Short-term dialectical behaviour therapy for borderline personality disorder
background Outpatient dialectical behaviour therapy (dbt) reduces severe suicidal and self-injurious behaviour in patients with borderline personality disorder. The Jelgersma center for personality disorders has developed an intensive inpatient dbt programme that lasts for 14 weeks and is designed to achieve a faster reduction in these borderline symptoms.
aim To examine the effect of the Jelgersma programme by means of a pilot study in order to prepare a randomised clinical trial in which a short intensive course of dbt will be compared with standard outpatient dbt.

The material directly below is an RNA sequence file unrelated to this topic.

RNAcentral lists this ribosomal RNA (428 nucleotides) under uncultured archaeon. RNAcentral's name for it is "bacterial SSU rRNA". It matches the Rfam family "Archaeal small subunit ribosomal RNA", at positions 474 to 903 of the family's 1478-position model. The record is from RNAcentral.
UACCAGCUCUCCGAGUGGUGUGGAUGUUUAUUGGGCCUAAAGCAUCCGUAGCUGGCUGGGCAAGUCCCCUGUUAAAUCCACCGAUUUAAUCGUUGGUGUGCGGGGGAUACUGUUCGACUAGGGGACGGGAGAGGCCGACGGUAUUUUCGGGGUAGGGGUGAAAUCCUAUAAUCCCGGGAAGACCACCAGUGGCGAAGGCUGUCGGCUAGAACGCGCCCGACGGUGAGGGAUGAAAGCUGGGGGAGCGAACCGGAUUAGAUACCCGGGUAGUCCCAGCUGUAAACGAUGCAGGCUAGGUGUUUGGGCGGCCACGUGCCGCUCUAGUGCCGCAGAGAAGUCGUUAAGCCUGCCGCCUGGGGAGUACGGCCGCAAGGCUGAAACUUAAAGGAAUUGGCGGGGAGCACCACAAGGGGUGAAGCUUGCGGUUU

method We compared the starting data and the final data for 39 female patients with borderline problems (dbt). We participated in 3½-month-long inpatient dbt programme. The collected data referred to (para)suicidal behaviour, drop-out, severity of borderline problems and the quality of life.
results The severity of borderline problems, particularly in the field of interpersonal problems, was significantly reduced. There was no significant reduction in (para) suicidal behaviours. The drop-out percentage was higher than in comparable studies.
conclusion Short-term inpatient dbt had a positive effect on borderline problems. (Para)suicidal behaviour, however, was not reduced significantly. The randomised trial that began in 2012 should reveal whether the use of short-term inpatient dbt can lead to a faster decline of suicidal and self-injurious behaviour than does standard outpatient dbt.